The “Dove” or “Pigeons” Waterfall is a nickname that the locals gave to the 60m high waterfall in the Sokuluk Gorge (also known as the Belogorka Gorge). It’s one of Kyrgyzstan’s largest waterfalls and it’s located at an altitude of 2100 m.
The 1,5-hour hike to the waterfall takes you through the lush valley and woodlands of the Sokuluk Gorge along a windy river bank. In the summer you’ll come across yurts where you can buy some kumis, Kyrgyzstan’s famous fermented horse milk. The total distance to the waterfall and back is approximately 8 to 10km and it’s an easy hike for which you don’t need a guide.
Photo by Vlad Ushakov, source: open.kg
How to get to the Sokuluk Waterfall from Bishkek:
The Sokuluk Gorge is about 72km from Bishkek, not too far from Ala Archa. While you can easily do the hike on your own, getting there by public transport can be tricky. There’s a mashrutka that goes from the Osh bazaar to the village of Tash Bulak but then it’s still another 23km before the start of the trail.
You can always take a taxi (around 800 som) but then you might have problems getting back to Bishkek unless you don’t mind hitchhiking.
The easiest and cheapest option – however counter-intuitive it might sound – is booking a day trip to the waterfall with Kyrgyz Nomad.
8. Hike to Kol-Tor Lake, one of Kyrgyzstan’s most spectacular mountain lakes
Kyrgyzstan has some spectacular alpine lakes and Kol-Tor lake is definitely one of them! This turquoise colored lake is located at an altitude of 2700m above the village of Kegeti, about 92 km from Bishkek. The 2-hour hike from the trailhead to the lake is beautiful but it’s quite steep so you need to be fit for it! However, it is worth the effort as you’ll walk through beautiful alpine meadows and coniferous forests with the stunning turquoise lake as the reward for your endurance!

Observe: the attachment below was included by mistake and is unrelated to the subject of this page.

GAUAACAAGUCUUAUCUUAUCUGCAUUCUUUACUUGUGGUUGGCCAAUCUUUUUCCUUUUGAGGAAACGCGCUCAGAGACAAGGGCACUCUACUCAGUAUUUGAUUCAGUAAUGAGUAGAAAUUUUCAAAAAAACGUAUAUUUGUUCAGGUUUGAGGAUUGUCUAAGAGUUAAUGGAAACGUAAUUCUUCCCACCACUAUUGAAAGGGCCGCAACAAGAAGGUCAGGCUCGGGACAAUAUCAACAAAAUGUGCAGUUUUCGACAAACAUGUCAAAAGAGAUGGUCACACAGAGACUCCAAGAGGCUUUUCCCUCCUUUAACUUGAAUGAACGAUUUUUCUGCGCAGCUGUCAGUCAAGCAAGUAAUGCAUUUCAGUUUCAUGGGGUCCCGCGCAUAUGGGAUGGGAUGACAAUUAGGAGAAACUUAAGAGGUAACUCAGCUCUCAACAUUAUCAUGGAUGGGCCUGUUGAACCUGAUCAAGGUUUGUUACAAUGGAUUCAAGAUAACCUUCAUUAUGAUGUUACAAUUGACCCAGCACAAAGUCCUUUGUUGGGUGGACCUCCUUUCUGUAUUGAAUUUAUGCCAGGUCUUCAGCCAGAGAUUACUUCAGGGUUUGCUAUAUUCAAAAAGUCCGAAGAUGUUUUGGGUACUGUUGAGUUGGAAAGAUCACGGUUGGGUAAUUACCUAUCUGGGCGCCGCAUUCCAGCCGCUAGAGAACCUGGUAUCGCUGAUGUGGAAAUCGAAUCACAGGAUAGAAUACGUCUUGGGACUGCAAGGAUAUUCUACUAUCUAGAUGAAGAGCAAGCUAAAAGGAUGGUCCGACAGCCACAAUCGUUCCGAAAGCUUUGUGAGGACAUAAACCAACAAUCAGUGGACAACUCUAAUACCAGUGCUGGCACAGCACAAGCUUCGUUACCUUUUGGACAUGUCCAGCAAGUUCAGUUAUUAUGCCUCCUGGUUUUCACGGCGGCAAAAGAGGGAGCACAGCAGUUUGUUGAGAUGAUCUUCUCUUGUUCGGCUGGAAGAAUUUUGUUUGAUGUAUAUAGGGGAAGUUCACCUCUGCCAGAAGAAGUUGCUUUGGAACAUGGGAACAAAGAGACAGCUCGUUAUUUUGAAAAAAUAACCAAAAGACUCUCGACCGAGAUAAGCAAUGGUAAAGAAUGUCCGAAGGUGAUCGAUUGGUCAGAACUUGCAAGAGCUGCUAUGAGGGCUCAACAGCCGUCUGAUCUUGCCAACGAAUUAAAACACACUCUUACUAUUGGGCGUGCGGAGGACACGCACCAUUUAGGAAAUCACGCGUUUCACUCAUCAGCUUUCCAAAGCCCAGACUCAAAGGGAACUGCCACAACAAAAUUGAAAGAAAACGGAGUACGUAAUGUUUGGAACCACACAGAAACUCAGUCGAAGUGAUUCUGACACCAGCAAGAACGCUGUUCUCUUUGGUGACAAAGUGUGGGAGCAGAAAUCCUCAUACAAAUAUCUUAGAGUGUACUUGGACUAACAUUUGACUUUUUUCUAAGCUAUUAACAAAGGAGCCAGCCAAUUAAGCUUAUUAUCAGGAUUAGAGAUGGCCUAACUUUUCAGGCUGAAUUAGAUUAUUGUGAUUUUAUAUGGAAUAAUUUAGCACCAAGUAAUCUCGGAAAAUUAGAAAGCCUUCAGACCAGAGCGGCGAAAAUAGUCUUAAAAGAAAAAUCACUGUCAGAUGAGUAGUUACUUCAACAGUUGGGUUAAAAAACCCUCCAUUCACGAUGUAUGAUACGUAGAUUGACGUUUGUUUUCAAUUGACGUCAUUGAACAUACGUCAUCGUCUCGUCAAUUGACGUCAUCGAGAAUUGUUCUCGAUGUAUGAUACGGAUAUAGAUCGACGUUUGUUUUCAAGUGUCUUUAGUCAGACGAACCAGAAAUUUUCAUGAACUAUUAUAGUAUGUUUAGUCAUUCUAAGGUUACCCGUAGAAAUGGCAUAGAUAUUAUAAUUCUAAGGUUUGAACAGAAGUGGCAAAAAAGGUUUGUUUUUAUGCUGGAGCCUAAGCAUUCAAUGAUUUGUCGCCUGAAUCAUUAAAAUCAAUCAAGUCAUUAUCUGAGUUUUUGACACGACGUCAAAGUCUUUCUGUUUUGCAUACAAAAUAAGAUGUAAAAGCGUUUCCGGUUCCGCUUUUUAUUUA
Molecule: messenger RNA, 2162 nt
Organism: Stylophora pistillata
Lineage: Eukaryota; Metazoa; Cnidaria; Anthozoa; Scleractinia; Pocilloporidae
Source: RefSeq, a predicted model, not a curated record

If you leave early enough in the morning, you could do this hike in one day and be back in Bishkek in the evening. You could also take your time and spend the night camping or sleeping in the mountain hut, owned by the Trekking Union of Kyrgyzstan (600 som for the night and you have to reserve in advance).
For a detailed report and useful information about hiking to Kol-Tor lake, I suggest you read this article by Anel and Dagna of Mali Svijet. Stephen Lioy also has a great photo report on this hike (it looks so beautiful in winter)!
Kol-Tor Lake – Photo by Stephen Lioy
How to get to Kol-Tor Lake from Bishkek:
The hiking trail to Kol-Tor starts in the Kegeti Gorge. To get there by public transport, take at 9:30 am minibus 303 from the Eastern Bus Station in Bishkek towards the village of Kegeti. It takes about 2 hours to get there.
Tell the driver that you want to get out at Kegeti and get out off the bus just before crossing a riverbed into the village. From there it’s another 10 km to the end of the dirt road and the beginning of the trail. You could always hitchhike that last part.
It might be harder to get back by public transport as I read that the last minibus from Kegeti Gorge leaves at 3:30 pm. Of course, you can always hitchhike back to Bishkek.
→ if this all seems too complicated and you don’t like the idea of hitchhiking and/or hiking alone, you could always go on a hike to Kol-Tor lake with Kyrgyz Nomad or join the Trekking Union of Kyrgyzstan.
These are the most ‘known’ day trips and hikes you can do if you have a few days to spare in Bishkek. The best thing about Kyrgyzstan is that there’s always something new to discover, many marked and unmarked trails to hike and you’ll just never get bored of it!
If you’d recommend another great day trip and/or hike near Bishkek, please let us and the other readers know in the comments below! I’d also love to hear about your experiences and adventures in and around Bishkek!
If you got more question, get in touch or leave your question in the comments below!